Can anyone suggest an approach? I'm pretty ignorant about this stuff. I've tried reading up on it but can't figure out anything that might work. If I can clarify in any way, I'd be happy to. Any suggestions (including "you're stupid. this can never work") would be appreciated!

Thanks a lot in advance, Brian

  • \$\begingroup\$ Wait wait wait... 120A at 1000V?? That's a LOT of power... unless I'm misreading something. \$\endgroup\$
    – Thomas O
    Commented Jan 10, 2011 at 23:51
  • \$\begingroup\$ There are two separate power supplies. The voltage supply applies (up to) -1000V DC on the substrate. The current through the substrate is ~2A when the plasma is on. The current supply provides 120A to the target/plasma. Typical voltage there is about 20V DC. I'll update the post to clarify. \$\endgroup\$
    – BASnappl
    Commented Jan 11, 2011 at 0:06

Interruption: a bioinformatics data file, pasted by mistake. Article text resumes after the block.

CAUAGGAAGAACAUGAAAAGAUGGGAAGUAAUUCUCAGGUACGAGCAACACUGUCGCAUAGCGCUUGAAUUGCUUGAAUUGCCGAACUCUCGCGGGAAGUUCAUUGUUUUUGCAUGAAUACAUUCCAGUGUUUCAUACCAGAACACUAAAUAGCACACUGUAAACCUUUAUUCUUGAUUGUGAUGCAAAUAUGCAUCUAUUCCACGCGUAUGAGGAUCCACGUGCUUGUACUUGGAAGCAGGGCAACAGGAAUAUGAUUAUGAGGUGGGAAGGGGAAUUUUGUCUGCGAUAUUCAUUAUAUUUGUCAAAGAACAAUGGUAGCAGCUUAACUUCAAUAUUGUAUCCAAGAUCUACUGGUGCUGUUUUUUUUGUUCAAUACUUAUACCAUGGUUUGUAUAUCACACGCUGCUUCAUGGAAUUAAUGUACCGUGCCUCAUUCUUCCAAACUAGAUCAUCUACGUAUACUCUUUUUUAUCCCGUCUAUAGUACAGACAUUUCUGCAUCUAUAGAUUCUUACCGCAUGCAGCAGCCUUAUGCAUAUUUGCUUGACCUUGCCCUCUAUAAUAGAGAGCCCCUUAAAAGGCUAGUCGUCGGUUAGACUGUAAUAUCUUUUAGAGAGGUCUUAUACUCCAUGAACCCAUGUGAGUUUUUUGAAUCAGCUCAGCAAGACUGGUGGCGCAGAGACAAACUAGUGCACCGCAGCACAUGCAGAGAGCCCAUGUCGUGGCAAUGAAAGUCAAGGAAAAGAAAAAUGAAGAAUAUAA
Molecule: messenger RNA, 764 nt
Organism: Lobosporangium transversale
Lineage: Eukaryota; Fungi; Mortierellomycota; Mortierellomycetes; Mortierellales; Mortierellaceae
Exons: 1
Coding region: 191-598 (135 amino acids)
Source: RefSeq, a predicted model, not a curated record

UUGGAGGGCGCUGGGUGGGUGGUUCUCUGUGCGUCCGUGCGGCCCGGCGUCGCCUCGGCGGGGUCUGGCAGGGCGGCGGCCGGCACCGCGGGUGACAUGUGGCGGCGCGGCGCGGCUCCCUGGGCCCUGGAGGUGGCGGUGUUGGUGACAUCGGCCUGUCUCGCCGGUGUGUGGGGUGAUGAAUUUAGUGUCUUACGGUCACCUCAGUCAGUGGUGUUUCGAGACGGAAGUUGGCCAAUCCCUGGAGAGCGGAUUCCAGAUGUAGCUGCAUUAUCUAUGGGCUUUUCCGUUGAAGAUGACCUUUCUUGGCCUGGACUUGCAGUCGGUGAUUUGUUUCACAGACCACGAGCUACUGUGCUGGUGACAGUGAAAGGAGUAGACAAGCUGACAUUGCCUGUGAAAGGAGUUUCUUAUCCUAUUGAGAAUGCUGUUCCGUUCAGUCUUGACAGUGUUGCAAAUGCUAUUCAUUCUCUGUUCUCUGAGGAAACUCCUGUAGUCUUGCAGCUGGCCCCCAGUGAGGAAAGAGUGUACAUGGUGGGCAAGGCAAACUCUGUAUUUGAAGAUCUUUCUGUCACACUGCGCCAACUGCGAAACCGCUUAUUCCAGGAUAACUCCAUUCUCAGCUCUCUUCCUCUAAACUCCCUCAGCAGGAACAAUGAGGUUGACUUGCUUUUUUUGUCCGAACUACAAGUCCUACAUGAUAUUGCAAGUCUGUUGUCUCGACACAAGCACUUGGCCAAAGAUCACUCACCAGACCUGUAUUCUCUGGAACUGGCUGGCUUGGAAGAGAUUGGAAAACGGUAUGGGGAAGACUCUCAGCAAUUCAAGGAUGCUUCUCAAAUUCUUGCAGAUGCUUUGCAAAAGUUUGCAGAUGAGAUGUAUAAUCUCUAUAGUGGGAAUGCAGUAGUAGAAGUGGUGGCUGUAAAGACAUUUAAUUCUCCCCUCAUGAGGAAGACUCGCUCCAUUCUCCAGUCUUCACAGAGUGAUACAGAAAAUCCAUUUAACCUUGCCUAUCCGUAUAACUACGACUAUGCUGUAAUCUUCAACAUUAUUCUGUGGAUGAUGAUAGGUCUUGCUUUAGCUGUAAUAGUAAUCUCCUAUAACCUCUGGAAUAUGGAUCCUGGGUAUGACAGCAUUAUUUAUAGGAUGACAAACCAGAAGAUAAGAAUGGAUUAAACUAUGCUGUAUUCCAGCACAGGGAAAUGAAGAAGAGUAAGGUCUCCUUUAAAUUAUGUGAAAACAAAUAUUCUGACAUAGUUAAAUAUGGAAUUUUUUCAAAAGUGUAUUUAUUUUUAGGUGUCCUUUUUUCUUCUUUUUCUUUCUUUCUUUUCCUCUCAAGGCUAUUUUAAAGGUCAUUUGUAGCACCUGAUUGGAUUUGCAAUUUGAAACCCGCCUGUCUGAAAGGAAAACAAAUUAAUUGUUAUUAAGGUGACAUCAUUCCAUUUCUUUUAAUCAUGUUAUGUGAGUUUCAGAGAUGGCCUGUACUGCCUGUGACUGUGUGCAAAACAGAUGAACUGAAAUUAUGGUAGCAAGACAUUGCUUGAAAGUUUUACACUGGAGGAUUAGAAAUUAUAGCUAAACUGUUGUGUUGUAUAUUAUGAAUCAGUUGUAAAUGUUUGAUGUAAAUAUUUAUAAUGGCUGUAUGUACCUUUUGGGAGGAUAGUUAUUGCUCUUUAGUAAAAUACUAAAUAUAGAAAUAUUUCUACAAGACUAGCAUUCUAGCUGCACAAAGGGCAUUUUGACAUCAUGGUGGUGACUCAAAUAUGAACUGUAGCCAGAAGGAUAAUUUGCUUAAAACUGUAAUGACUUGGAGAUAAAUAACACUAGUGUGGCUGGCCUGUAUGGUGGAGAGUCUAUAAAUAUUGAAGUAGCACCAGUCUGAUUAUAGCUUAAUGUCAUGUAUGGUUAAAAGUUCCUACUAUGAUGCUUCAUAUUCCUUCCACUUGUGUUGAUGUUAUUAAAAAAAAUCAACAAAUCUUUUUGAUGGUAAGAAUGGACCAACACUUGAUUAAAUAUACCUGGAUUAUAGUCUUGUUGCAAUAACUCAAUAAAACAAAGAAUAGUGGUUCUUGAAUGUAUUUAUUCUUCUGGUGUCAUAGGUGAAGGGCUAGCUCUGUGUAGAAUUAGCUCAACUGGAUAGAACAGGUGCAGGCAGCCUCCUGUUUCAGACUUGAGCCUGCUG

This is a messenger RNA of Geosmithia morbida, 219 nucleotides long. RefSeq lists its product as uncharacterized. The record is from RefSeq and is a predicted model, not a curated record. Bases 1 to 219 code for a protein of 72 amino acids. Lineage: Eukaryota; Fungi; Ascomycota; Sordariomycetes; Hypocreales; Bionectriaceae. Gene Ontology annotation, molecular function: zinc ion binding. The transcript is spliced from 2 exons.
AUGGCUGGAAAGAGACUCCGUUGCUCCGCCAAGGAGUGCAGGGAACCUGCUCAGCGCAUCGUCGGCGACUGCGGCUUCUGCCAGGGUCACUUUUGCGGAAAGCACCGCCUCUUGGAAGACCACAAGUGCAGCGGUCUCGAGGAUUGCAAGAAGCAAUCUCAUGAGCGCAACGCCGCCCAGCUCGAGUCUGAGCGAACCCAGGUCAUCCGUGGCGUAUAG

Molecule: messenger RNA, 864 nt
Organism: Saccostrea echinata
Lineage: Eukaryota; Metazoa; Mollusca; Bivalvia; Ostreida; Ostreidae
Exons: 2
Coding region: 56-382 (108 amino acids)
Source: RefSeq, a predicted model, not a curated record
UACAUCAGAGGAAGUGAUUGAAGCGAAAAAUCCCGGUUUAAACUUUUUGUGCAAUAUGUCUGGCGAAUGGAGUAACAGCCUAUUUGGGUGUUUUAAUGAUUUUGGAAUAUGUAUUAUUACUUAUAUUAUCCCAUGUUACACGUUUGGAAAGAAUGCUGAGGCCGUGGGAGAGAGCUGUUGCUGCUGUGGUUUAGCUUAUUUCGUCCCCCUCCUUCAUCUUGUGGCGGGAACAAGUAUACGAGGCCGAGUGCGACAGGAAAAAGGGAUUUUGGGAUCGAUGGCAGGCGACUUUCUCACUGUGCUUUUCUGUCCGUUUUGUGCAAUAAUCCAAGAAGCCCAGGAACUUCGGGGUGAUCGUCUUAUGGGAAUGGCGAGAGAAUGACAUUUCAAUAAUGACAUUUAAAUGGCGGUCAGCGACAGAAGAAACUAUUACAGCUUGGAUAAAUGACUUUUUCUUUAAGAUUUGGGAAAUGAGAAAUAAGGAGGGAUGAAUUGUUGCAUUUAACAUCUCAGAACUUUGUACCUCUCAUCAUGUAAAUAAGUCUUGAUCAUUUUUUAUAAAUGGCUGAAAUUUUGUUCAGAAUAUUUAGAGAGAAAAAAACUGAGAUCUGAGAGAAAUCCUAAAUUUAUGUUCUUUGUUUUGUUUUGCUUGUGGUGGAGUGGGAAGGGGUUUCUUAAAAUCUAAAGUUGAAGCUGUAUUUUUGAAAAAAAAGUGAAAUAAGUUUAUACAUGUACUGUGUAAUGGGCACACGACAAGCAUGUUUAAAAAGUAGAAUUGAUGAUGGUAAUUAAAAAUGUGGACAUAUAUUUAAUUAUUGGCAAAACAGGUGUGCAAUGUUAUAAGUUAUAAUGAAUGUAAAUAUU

• \$\begingroup\$ Where do you work, @BASnappl? Love the question! \$\endgroup\$
    – tyblu
    Commented Jan 11, 2011 at 0:44
  • \$\begingroup\$ Acree Technologies Inc. in Concord, CA. Lots of sputtering systems. I'm just an ignorant intern :/ \$\endgroup\$
    – BASnappl
    Commented Jan 11, 2011 at 1:11

2 Answers 2


While a wall adapter is usually isolated, it likely isn't rated to 1kV. A simple solution would be to find a DMM with logging capability and CAT III/IV 1kV isolated external power source or long battery life. Here are some candidates: